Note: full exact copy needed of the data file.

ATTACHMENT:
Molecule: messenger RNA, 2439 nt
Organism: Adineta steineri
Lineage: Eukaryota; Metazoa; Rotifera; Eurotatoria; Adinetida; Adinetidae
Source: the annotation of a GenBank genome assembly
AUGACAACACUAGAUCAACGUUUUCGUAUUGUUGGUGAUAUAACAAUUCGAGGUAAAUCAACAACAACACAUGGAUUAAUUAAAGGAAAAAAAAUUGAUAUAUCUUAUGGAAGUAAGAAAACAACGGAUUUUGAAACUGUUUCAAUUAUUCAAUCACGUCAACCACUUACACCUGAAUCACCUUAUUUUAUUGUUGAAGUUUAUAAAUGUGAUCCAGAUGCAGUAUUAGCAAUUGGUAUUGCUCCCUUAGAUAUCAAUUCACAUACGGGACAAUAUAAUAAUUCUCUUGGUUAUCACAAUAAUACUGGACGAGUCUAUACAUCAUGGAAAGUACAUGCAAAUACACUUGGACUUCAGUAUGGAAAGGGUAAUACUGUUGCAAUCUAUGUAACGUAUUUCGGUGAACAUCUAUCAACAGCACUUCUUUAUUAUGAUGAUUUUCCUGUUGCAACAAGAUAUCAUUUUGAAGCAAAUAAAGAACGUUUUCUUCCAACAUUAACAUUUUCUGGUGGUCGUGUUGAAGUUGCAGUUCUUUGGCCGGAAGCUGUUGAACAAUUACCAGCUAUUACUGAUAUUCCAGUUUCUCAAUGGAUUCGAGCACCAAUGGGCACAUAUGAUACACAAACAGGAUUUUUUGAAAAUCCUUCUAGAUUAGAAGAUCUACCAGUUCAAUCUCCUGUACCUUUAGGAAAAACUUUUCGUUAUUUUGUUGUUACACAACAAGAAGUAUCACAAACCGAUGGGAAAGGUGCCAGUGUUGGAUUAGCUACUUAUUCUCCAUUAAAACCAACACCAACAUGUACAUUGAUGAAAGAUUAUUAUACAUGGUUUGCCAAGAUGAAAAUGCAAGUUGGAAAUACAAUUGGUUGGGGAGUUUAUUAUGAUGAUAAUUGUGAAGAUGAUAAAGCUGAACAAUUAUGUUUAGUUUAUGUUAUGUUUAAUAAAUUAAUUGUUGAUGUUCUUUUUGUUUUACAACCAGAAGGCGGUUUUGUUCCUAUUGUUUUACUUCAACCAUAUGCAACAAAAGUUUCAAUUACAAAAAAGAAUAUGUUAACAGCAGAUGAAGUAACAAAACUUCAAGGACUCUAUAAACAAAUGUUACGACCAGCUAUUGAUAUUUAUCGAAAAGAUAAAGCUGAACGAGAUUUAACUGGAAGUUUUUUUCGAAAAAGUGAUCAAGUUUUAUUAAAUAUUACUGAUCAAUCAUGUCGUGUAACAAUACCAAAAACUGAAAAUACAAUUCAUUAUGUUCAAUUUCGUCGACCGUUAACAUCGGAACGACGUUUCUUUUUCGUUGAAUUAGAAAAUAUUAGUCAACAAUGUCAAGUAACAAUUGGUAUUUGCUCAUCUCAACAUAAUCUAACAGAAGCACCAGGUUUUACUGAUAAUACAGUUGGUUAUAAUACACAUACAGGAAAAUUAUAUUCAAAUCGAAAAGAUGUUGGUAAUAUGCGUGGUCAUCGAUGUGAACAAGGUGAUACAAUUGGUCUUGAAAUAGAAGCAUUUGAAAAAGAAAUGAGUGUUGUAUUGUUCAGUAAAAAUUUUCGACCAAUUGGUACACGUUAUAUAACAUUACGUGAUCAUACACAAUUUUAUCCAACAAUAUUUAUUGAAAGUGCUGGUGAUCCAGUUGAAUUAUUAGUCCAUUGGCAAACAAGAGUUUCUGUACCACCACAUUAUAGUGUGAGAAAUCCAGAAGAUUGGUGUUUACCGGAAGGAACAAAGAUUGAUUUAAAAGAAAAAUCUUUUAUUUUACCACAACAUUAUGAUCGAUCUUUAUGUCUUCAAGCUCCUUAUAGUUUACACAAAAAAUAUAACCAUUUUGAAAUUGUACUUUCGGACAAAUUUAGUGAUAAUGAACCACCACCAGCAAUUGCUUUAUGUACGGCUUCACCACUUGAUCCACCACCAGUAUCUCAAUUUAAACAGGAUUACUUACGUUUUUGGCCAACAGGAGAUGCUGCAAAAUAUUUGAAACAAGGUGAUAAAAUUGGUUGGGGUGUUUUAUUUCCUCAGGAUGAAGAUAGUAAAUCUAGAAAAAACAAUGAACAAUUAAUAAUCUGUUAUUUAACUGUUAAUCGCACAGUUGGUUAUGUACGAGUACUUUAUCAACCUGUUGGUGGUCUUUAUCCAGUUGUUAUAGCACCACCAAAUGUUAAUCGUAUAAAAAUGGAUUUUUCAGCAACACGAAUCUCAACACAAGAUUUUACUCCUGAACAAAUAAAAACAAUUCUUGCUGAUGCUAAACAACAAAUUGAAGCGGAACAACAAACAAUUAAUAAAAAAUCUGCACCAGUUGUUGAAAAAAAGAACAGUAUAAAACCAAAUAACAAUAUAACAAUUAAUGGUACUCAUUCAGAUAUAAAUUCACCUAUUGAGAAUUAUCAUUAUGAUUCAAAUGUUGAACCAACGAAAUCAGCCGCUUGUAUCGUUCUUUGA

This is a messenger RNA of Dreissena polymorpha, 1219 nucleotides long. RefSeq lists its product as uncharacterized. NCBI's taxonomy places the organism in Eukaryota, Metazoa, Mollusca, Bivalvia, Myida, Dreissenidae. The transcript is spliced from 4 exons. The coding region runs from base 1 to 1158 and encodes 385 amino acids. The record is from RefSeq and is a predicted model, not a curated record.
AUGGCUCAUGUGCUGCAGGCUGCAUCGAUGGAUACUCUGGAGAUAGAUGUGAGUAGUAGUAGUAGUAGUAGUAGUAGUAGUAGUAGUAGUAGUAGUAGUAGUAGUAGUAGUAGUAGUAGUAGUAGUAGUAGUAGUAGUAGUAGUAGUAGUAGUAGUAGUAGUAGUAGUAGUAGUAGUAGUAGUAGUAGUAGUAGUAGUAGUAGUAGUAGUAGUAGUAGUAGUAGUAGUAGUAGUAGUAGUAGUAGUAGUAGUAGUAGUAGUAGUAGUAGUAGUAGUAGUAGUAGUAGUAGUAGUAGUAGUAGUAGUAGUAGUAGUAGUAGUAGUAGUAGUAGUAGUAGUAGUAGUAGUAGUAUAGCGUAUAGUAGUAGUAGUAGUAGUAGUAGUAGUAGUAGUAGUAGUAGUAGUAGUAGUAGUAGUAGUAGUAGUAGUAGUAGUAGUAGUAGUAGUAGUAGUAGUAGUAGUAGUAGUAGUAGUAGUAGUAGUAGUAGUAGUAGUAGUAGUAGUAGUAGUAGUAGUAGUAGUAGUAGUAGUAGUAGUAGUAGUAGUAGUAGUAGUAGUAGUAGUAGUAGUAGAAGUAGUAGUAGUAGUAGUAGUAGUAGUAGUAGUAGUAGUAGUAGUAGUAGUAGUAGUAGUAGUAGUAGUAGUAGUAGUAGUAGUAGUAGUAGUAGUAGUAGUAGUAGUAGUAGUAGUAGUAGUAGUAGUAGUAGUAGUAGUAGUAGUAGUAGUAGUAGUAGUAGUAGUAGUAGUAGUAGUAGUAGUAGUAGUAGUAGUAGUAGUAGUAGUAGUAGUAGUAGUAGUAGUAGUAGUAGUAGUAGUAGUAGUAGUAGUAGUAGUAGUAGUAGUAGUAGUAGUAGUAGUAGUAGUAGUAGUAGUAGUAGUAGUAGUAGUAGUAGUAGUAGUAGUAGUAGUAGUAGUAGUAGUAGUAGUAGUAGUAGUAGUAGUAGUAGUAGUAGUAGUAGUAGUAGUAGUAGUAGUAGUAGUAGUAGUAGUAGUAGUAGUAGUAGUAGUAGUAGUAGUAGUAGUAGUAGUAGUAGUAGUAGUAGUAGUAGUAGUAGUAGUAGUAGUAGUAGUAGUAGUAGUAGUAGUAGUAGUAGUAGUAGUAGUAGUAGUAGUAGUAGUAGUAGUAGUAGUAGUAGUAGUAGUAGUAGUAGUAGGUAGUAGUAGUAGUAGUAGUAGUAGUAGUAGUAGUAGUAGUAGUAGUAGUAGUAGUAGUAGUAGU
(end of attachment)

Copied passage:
Molecule: messenger RNA, 2439 nt
Organism: Adineta steineri
Lineage: Eukaryota; Metazoa; Rotifera; Eurotatoria; Adinetida; Adinetidae
Source: the annotation of a GenBank genome assembly
AUGACAACACUAGAUCAACGUUUUCGUAUUGUUGGUGAUAUAACAAUUCGAGGUAAAUCAACAACAACACAUGGAUUAAUUAAAGGAAAAAAAAUUGAUAUAUCUUAUGGAAGUAAGAAAACAACGGAUUUUGAAACUGUUUCAAUUAUUCAAUCACGUCAACCACUUACACCUGAAUCACCUUAUUUUAUUGUUGAAGUUUAUAAAUGUGAUCCAGAUGCAGUAUUAGCAAUUGGUAUUGCUCCCUUAGAUAUCAAUUCACAUACGGGACAAUAUAAUAAUUCUCUUGGUUAUCACAAUAAUACUGGACGAGUCUAUACAUCAUGGAAAGUACAUGCAAAUACACUUGGACUUCAGUAUGGAAAGGGUAAUACUGUUGCAAUCUAUGUAACGUAUUUCGGUGAACAUCUAUCAACAGCACUUCUUUAUUAUGAUGAUUUUCCUGUUGCAACAAGAUAUCAUUUUGAAGCAAAUAAAGAACGUUUUCUUCCAACAUUAACAUUUUCUGGUGGUCGUGUUGAAGUUGCAGUUCUUUGGCCGGAAGCUGUUGAACAAUUACCAGCUAUUACUGAUAUUCCAGUUUCUCAAUGGAUUCGAGCACCAAUGGGCACAUAUGAUACACAAACAGGAUUUUUUGAAAAUCCUUCUAGAUUAGAAGAUCUACCAGUUCAAUCUCCUGUACCUUUAGGAAAAACUUUUCGUUAUUUUGUUGUUACACAACAAGAAGUAUCACAAACCGAUGGGAAAGGUGCCAGUGUUGGAUUAGCUACUUAUUCUCCAUUAAAACCAACACCAACAUGUACAUUGAUGAAAGAUUAUUAUACAUGGUUUGCCAAGAUGAAAAUGCAAGUUGGAAAUACAAUUGGUUGGGGAGUUUAUUAUGAUGAUAAUUGUGAAGAUGAUAAAGCUGAACAAUUAUGUUUAGUUUAUGUUAUGUUUAAUAAAUUAAUUGUUGAUGUUCUUUUUGUUUUACAACCAGAAGGCGGUUUUGUUCCUAUUGUUUUACUUCAACCAUAUGCAACAAAAGUUUCAAUUACAAAAAAGAAUAUGUUAACAGCAGAUGAAGUAACAAAACUUCAAGGACUCUAUAAACAAAUGUUACGACCAGCUAUUGAUAUUUAUCGAAAAGAUAAAGCUGAACGAGAUUUAACUGGAAGUUUUUUUCGAAAAAGUGAUCAAGUUUUAUUAAAUAUUACUGAUCAAUCAUGUCGUGUAACAAUACCAAAAACUGAAAAUACAAUUCAUUAUGUUCAAUUUCGUCGACCGUUAACAUCGGAACGACGUUUCUUUUUCGUUGAAUUAGAAAAUAUUAGUCAACAAUGUCAAGUAACAAUUGGUAUUUGCUCAUCUCAACAUAAUCUAACAGAAGCACCAGGUUUUACUGAUAAUACAGUUGGUUAUAAUACACAUACAGGAAAAUUAUAUUCAAAUCGAAAAGAUGUUGGUAAUAUGCGUGGUCAUCGAUGUGAACAAGGUGAUACAAUUGGUCUUGAAAUAGAAGCAUUUGAAAAAGAAAUGAGUGUUGUAUUGUUCAGUAAAAAUUUUCGACCAAUUGGUACACGUUAUAUAACAUUACGUGAUCAUACACAAUUUUAUCCAACAAUAUUUAUUGAAAGUGCUGGUGAUCCAGUUGAAUUAUUAGUCCAUUGGCAAACAAGAGUUUCUGUACCACCACAUUAUAGUGUGAGAAAUCCAGAAGAUUGGUGUUUACCGGAAGGAACAAAGAUUGAUUUAAAAGAAAAAUCUUUUAUUUUACCACAACAUUAUGAUCGAUCUUUAUGUCUUCAAGCUCCUUAUAGUUUACACAAAAAAUAUAACCAUUUUGAAAUUGUACUUUCGGACAAAUUUAGUGAUAAUGAACCACCACCAGCAAUUGCUUUAUGUACGGCUUCACCACUUGAUCCACCACCAGUAUCUCAAUUUAAACAGGAUUACUUACGUUUUUGGCCAACAGGAGAUGCUGCAAAAUAUUUGAAACAAGGUGAUAAAAUUGGUUGGGGUGUUUUAUUUCCUCAGGAUGAAGAUAGUAAAUCUAGAAAAAACAAUGAACAAUUAAUAAUCUGUUAUUUAACUGUUAAUCGCACAGUUGGUUAUGUACGAGUACUUUAUCAACCUGUUGGUGGUCUUUAUCCAGUUGUUAUAGCACCACCAAAUGUUAAUCGUAUAAAAAUGGAUUUUUCAGCAACACGAAUCUCAACACAAGAUUUUACUCCUGAACAAAUAAAAACAAUUCUUGCUGAUGCUAAACAACAAAUUGAAGCGGAACAACAAACAAUUAAUAAAAAAUCUGCACCAGUUGUUGAAAAAAAGAACAGUAUAAAACCAAAUAACAAUAUAACAAUUAAUGGUACUCAUUCAGAUAUAAAUUCACCUAUUGAGAAUUAUCAUUAUGAUUCAAAUGUUGAACCAACGAAAUCAGCCGCUUGUAUCGUUCUUUGA

This is a messenger RNA of Dreissena polymorpha, 1219 nucleotides long. RefSeq lists its product as uncharacterized. NCBI's taxonomy places the organism in Eukaryota, Metazoa, Mollusca, Bivalvia, Myida, Dreissenidae. The transcript is spliced from 4 exons. The coding region runs from base 1 to 1158 and encodes 385 amino acids. The record is from RefSeq and is a predicted model, not a curated record.
AUGGCUCAUGUGCUGCAGGCUGCAUCGAUGGAUACUCUGGAGAUAGAUGUGAGUAGUAGUAGUAGUAGUAGUAGUAGUAGUAGUAGUAGUAGUAGUAGUAGUAGUAGUAGUAGUAGUAGUAGUAGUAGUAGUAGUAGUAGUAGUAGUAGUAGUAGUAGUAGUAGUAGUAGUAGUAGUAGUAGUAGUAGUAGUAGUAGUAGUAGUAGUAGUAGUAGUAGUAGUAGUAGUAGUAGUAGUAGUAGUAGUAGUAGUAGUAGUAGUAGUAGUAGUAGUAGUAGUAGUAGUAGUAGUAGUAGUAGUAGUAGUAGUAGUAGUAGUAGUAGUAGUAGUAGUAGUAGUAGUAGUAGUAGUAUAGCGUAUAGUAGUAGUAGUAGUAGUAGUAGUAGUAGUAGUAGUAGUAGUAGUAGUAGUAGUAGUAGUAGUAGUAGUAGUAGUAGUAGUAGUAGUAGUAGUAGUAGUAGUAGUAGUAGUAGUAGUAGUAGUAGUAGUAGUAGUAGUAGUAGUAGUAGUAGUAGUAGUAGUAGUAGUAGUAGUAGUAGUAGUAGUAGUAGUAGUAGUAGUAGUAGUAGUAGAAGUAGUAGUAGUAGUAGUAGUAGUAGUAGUAGUAGUAGUAGUAGUAGUAGUAGUAGUAGUAGUAGUAGUAGUAGUAGUAGUAGUAGUAGUAGUAGUAGUAGUAGUAGUAGUAGUAGUAGUAGUAGUAGUAGUAGUAGUAGUAGUAGUAGUAGUAGUAGUAGUAGUAGUAGUAGUAGUAGUAGUAGUAGUAGUAGUAGUAGUAGUAGUAGUAGUAGUAGUAGUAGUAGUAGUAGUAGUAGUAGUAGUAGUAGUAGUAGUAGUAGUAGUAGUAGUAGUAGUAGUAGUAGUAGUAGUAGUAGUAGUAGUAGUAGUAGUAGUAGUAGUAGUAGUAGUAGUAGUAGUAGUAGUAGUAGUAGUAGUAGUAGUAGUAGUAGUAGUAGUAGUAGUAGUAGUAGUAGUAGUAGUAGUAGUAGUAGUAGUAGUAGUAGUAGUAGUAGUAGUAGUAGUAGUAGUAGUAGUAGUAGUAGUAGUAGUAGUAGUAGUAGUAGUAGUAGUAGUAGUAGUAGUAGUAGUAGUAGUAGUAGUAGUAGUAGUAGUAGUAGUAGUAGUAGUAGUAGUAGUAGUAGUAGUAGUAGUAGUAGGUAGUAGUAGUAGUAGUAGUAGUAGUAGUAGUAGUAGUAGUAGUAGUAGUAGUAGUAGUAGUAGU